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IMPULSES | Flagging red-tagging

By Herman M. Lagon

Red-tagging has sparked heated debate lately due to the Supreme Court decision this Wednesday, May 8, 2024. The term has progressed from a simple descriptor to a grave charge that could affect people’s lives. For everyone, most especially for those of us involved in government and public service, a nuanced comprehension of this complicated matter is required.

The National Task Force to End Local Communist Armed Conflict (NTF-ELCAC) understandably claims that communist organizations employ red-tagging as a means of self-defense, hiding their identities and activities. According to Vice Chair Hermogenes Esperon Jr., a former chief of staff of the AFP himself, many are trying to divert attention away from the alleged crimes committed by these groups by painting their conduct in a negative light.

But our very own Supreme Court has recently illuminated red-tagging’s darker side. As it has been stated, the right to life, liberty, and security can be jeopardized by such acts. The court, through its verdict in favor of Ilonggo activist Siegfred Deduro, has taken this approach after seeing red-tagging lead to unjust surveillance, harassment, and even physical harm to the tagged individuals. Judgment like this highlights the importance of keeping human rights and national security in check.

The intelligence and military communities have an essential role in keeping our country safe. Under intense pressure, these institutions must make tough decisions facing complicated dangers. Their job is vital when it comes to defending our nation from actual terrorist and extremist threats. Respect for human rights, among other principles upon which our nation is founded, is fundamental to their mission, as is the defense of territorial or sovereign spaces.

Building a nation requires active participation from the community and efforts to promote peace. Beyond merely resolving conflicts, these endeavors entail establishing long-term settings where mutual understanding and conversation flourish instead of animosity and distrust. To promote a culture of peace consistent with our constitutional principles, cooperative coexistence, and reconciliation education in communities should be comprehensive and done in meaningful ways.

A strong sense of patriotism permeates this conversation. The democratic principles and human rights that characterize our nation and its physical borders must be safeguarded. This patriotism is shown by being open and honest, being accountable for one’s activities, and following the rule of law. These values ensure that everything is done fairly and justly, even for national security.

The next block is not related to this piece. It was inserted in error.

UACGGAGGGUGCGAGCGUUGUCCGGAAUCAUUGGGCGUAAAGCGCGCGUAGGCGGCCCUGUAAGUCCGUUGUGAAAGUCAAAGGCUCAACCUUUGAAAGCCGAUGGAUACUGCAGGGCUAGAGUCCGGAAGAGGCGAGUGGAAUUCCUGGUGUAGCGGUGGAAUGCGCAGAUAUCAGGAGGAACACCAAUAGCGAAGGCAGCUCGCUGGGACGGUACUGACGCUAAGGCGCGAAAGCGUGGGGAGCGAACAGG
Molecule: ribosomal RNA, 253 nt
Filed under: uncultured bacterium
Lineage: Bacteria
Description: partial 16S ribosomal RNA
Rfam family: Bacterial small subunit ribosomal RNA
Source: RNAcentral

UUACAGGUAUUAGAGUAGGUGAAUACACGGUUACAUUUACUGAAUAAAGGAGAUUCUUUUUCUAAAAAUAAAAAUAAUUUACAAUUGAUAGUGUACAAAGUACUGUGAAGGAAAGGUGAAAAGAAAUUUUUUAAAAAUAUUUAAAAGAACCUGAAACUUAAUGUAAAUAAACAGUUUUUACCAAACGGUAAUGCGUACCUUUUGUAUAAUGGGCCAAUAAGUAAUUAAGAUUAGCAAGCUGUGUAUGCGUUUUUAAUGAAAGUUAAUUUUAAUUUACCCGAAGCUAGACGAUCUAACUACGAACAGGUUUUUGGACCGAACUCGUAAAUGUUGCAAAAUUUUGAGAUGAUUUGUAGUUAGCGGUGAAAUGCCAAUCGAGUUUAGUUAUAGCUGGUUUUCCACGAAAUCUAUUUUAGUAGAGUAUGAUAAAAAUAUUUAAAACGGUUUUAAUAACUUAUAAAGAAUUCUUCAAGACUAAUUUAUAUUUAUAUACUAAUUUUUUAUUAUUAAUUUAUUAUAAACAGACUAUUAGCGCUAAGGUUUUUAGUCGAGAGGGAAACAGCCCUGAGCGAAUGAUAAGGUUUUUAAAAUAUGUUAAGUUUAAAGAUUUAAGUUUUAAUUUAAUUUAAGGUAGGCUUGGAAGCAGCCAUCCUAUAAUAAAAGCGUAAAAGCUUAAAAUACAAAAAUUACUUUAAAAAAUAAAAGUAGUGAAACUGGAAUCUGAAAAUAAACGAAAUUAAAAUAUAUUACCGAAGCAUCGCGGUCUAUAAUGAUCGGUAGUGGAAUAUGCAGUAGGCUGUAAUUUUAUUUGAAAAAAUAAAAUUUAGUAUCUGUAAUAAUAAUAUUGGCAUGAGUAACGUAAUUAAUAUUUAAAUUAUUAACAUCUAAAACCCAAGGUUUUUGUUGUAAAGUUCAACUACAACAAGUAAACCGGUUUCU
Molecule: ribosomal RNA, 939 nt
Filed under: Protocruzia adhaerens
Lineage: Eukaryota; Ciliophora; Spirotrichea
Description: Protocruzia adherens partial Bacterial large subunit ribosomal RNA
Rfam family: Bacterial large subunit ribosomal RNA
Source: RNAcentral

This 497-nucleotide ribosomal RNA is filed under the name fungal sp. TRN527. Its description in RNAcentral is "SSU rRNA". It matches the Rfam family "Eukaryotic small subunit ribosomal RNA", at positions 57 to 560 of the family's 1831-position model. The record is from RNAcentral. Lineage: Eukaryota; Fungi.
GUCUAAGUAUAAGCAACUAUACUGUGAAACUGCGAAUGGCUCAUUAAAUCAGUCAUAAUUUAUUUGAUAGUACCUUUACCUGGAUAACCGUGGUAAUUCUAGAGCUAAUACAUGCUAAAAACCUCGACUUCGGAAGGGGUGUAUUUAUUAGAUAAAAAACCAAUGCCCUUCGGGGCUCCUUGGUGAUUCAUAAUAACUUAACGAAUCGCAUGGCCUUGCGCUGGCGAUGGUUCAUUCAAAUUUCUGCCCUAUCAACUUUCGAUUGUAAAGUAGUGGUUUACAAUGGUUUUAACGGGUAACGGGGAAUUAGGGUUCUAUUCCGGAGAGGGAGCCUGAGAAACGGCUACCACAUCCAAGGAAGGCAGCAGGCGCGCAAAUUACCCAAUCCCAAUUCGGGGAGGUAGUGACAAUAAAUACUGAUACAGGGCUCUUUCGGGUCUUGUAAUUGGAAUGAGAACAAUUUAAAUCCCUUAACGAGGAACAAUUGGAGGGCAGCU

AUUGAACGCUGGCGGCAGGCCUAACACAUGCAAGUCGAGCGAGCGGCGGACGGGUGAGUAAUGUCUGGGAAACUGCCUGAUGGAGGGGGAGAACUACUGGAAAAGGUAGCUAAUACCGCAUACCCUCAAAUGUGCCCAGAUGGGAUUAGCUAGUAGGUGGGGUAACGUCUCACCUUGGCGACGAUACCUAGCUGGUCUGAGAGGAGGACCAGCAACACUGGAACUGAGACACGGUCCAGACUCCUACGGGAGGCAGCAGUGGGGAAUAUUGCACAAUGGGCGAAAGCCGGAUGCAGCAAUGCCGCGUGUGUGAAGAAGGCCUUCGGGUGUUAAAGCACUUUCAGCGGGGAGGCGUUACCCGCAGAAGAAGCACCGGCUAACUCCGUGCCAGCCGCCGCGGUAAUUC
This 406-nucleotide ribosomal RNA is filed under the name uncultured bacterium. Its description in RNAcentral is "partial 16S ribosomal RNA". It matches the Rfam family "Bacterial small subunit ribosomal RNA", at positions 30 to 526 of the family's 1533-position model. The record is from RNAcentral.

So, red-tagging is not merely a labeling or security issue. What matters most is that we do not infringe upon the rights we have sworn to defend in our haste to serve, defend, and protect the country. It is about avoiding fostering an environment of fear and repression while we combat legitimate threats.

Given this context, the Supreme Court’s interventions stand out. They remind us that the judiciary is there to protect our rights by checking the executive and legislative branches and making sure everything is in accordance with the safeguards laid out in the Constitution.

Engaging in open and honest debates that respect diverse opinions and seek to bridge differences is crucial as we traverse this complex landscape. This method will strengthen our national fabric and enhance our shared understanding.

It is important to think about the potential threats to our democracy in the near and far future if we want a strong nation to be safe and secure in the long run. Everybody hopes to live in a society that respects and encourages differing viewpoints, rather than silencing them, and in which the rule of law supports, protects, and empowers, rather than represses, oppresses, or represses.

The military’s responsibility to protect the nation is vital, but they are also well aware that they must adhere to the Constitution at all times. Our shared duty is to keep the democratic principles we fight for intact in the face of national security initiatives. A more secure, equitable, and united Philippines is possible if we tackle the complex path to peace and security with a balanced and informed mindset. With this, I continue to give my snappy salute to all the honest and dedicated individuals in camouflage and black robes.


Doc H fondly describes himself as a ‘student of and for life’ who, like many others, aspires to a life-giving and why-driven world that is grounded in social justice and the pursuit of happiness. His views herewith do not necessarily reflect those of the institutions he is employed or connected with.
reflect those of the institutions he is employed or connected with.


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